Hazley Yeager, M.S., CCC-SLP • Sep 17, 2020
As a Speech-Language Pathologist (SLP), one of my many roles is to treat cognitive communication disorders. Although this has its challenges, I find it to be the more rewarding part of my job. SLPs work with the patient and family members to restore function, ensure safety in their natural environment, facilitate communication, compensate for deficits and educate on the disorder and its treatment.
Here’s an example of how powerful cognitive therapy can be. While working at a local assisted living facility (ALF), I received a referral from nursing for “change in cognitive status”. It was unclear at first what the problem was, but the nursing staff had the same questions as to why these behaviors were being demonstrated by the patient.
- Why was he “hoarding” his used briefs (underwear) in a plastic zipper bag under his bathroom sink?
- Why was he repetitively requesting/questioning if he had taken his laxatives for the day and the date/time of his last bowel movement (BM)?
- Why was he so concerned about if/what things were going to cost, even after being reassured that he didn’t owe anything?
Here’s a little background. Prior to transitioning to the ALF, he had lived independently, had a career as an accountant and had managed all of his medications, finances and daily living tasks. He continued to manage his medications at the ALF until a month prior to the SLP referral. So what is the role of an SLP in this situation? Why would someone be storing used briefs under his sink until he got to the magic number of (5) before disposing of them? Our mission as an SLP is to figure out the goal of the patient and work toward that goal by finding the answers to improve quality of life.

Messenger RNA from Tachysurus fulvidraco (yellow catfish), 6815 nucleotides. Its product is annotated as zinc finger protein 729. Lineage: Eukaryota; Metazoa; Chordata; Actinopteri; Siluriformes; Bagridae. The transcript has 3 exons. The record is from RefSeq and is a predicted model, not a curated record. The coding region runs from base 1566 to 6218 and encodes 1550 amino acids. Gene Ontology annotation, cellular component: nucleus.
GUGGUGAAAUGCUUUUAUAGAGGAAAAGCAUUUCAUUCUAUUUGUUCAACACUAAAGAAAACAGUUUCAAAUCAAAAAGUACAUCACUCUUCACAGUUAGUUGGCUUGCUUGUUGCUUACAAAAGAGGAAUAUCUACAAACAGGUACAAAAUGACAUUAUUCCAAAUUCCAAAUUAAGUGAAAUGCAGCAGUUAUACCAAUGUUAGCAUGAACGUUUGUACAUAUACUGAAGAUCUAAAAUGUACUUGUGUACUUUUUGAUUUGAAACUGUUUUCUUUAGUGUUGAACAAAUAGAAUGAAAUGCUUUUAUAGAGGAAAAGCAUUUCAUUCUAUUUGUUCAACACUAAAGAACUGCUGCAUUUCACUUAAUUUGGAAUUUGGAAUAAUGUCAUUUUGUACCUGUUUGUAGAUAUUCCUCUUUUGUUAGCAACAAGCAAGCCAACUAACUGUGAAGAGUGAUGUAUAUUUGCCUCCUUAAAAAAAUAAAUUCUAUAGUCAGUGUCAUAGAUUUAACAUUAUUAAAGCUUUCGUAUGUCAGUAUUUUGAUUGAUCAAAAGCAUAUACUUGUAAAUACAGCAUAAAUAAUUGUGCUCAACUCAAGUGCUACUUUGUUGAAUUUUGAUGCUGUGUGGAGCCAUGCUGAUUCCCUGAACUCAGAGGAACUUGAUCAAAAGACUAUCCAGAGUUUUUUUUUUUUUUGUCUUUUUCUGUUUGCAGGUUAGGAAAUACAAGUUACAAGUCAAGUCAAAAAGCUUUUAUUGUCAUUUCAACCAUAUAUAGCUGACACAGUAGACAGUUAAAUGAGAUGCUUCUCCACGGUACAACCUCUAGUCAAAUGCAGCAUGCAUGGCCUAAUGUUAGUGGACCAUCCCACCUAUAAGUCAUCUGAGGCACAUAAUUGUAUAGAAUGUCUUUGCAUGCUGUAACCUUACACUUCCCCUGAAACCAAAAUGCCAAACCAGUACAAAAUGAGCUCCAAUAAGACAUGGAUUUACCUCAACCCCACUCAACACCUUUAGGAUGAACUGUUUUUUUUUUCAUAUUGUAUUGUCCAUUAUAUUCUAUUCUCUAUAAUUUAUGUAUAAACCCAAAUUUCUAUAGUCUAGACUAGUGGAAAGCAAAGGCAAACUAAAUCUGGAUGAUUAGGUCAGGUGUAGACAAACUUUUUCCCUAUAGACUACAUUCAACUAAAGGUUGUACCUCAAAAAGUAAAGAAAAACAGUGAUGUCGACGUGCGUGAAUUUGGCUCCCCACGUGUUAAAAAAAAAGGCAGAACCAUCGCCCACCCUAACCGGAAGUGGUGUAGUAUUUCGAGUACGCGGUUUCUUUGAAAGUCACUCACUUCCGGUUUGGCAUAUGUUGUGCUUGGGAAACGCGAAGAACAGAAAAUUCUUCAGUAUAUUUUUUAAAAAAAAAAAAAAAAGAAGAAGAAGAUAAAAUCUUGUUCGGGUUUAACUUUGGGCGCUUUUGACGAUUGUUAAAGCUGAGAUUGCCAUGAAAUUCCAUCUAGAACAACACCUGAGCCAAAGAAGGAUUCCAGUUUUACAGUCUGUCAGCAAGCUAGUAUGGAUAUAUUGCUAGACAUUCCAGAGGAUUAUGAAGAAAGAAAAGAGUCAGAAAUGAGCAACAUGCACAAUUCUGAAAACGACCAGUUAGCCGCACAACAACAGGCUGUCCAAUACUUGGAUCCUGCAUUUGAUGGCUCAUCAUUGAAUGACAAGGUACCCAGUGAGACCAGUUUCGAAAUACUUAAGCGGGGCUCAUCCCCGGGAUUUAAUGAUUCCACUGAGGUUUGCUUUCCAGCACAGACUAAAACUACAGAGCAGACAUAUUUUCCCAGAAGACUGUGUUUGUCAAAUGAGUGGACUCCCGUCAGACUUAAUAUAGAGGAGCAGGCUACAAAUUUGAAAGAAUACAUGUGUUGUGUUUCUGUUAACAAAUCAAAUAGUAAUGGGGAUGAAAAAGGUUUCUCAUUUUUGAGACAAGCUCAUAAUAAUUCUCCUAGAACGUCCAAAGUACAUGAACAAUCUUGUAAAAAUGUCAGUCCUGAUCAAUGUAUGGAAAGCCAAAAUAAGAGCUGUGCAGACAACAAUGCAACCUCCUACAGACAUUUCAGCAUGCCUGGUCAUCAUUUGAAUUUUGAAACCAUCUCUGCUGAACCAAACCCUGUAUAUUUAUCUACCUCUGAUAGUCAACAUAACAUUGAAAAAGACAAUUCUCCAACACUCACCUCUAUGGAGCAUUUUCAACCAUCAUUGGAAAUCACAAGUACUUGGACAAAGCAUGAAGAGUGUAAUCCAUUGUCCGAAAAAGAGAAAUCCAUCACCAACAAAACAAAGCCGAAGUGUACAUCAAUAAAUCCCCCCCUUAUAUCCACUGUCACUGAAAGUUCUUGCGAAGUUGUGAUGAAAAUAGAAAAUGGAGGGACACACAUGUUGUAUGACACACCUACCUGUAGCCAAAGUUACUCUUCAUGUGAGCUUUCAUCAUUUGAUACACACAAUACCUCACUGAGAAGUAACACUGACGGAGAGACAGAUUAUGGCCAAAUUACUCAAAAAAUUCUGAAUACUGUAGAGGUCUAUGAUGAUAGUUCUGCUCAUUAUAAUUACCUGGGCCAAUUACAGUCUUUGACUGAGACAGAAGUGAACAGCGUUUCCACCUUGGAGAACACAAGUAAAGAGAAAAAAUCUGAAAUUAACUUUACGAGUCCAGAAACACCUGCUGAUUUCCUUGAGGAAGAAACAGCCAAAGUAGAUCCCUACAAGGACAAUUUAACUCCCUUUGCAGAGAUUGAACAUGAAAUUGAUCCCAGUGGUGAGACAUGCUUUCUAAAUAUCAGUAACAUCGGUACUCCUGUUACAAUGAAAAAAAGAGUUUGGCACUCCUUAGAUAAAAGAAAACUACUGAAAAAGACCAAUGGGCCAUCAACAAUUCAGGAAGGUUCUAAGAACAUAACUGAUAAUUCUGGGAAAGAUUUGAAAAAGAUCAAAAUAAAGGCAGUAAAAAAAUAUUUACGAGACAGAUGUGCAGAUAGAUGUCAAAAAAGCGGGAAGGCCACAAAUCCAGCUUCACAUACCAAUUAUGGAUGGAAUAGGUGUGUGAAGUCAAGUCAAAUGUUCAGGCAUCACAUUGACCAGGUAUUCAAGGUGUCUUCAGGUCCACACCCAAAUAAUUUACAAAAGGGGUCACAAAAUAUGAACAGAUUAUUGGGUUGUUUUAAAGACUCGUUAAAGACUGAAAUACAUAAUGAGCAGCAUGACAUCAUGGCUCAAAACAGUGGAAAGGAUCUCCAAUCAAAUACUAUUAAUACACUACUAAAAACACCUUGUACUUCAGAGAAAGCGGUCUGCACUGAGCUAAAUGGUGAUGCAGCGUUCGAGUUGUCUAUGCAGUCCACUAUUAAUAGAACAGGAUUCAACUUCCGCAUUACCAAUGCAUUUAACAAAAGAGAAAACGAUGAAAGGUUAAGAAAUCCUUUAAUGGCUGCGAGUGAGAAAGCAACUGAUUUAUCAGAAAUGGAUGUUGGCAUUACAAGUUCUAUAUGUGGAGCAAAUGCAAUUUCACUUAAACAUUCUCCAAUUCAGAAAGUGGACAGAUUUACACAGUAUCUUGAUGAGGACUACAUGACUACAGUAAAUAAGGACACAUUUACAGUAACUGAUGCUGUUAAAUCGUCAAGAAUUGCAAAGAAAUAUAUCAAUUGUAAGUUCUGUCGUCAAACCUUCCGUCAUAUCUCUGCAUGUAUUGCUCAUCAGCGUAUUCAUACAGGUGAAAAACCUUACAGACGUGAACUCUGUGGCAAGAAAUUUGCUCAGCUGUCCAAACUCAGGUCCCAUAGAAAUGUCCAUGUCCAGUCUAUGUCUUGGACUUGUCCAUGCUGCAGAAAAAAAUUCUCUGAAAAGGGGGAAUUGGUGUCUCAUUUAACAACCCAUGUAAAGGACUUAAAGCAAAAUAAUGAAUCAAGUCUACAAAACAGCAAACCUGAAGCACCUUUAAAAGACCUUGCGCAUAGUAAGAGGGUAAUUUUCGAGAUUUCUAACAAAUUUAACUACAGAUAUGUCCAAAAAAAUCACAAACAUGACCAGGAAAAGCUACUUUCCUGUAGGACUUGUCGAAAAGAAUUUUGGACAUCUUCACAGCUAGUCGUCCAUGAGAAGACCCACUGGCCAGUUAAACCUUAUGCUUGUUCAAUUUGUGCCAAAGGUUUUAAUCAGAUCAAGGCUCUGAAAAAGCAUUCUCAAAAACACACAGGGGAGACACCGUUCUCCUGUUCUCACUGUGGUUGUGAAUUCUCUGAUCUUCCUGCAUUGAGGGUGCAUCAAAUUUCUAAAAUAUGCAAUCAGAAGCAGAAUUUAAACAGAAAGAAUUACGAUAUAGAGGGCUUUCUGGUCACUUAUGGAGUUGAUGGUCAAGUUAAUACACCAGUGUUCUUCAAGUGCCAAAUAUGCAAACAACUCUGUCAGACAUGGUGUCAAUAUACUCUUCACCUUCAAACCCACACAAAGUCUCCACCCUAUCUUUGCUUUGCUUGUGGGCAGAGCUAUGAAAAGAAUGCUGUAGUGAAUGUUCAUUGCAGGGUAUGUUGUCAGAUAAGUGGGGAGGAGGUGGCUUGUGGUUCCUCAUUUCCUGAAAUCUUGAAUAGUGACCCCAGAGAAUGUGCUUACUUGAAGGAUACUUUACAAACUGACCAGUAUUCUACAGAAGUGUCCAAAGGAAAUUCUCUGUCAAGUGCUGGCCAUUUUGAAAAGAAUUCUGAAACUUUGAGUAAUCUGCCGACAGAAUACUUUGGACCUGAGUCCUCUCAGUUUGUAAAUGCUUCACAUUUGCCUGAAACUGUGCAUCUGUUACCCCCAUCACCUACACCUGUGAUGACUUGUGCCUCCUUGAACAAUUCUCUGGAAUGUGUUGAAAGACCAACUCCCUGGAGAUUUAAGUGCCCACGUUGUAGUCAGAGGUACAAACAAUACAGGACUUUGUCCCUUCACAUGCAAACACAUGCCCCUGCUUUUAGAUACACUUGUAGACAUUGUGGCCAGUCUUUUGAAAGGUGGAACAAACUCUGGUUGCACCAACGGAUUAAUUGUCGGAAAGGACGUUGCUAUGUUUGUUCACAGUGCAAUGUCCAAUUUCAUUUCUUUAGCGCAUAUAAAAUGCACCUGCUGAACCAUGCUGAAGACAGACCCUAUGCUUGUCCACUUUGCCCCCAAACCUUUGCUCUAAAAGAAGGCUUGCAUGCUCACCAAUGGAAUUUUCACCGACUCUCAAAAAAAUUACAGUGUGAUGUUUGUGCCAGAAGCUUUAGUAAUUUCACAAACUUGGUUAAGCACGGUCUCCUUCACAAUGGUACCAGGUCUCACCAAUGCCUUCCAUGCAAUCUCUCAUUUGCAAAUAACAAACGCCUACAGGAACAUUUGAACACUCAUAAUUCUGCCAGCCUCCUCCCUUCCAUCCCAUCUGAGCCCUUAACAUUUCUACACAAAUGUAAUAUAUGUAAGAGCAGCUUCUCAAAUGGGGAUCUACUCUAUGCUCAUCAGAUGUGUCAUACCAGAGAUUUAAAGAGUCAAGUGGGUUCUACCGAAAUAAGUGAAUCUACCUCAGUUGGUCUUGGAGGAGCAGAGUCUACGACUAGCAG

Building a Trustworthy relationship most people would find this behavior quite strange, overlook the problem and may even become frustrated with the patient wondering why he can’t remember any details from their recent conversation. Although I was confused as to why he may be “hoarding” his briefs, I wasn’t going to give up after day one. I had no idea where to begin, but what I’ve learned from a fellow SLP “building and establishing rapport is key”. We need to look outside of ourselves to see why the person is acting differently.
- Building and establishing rapport is key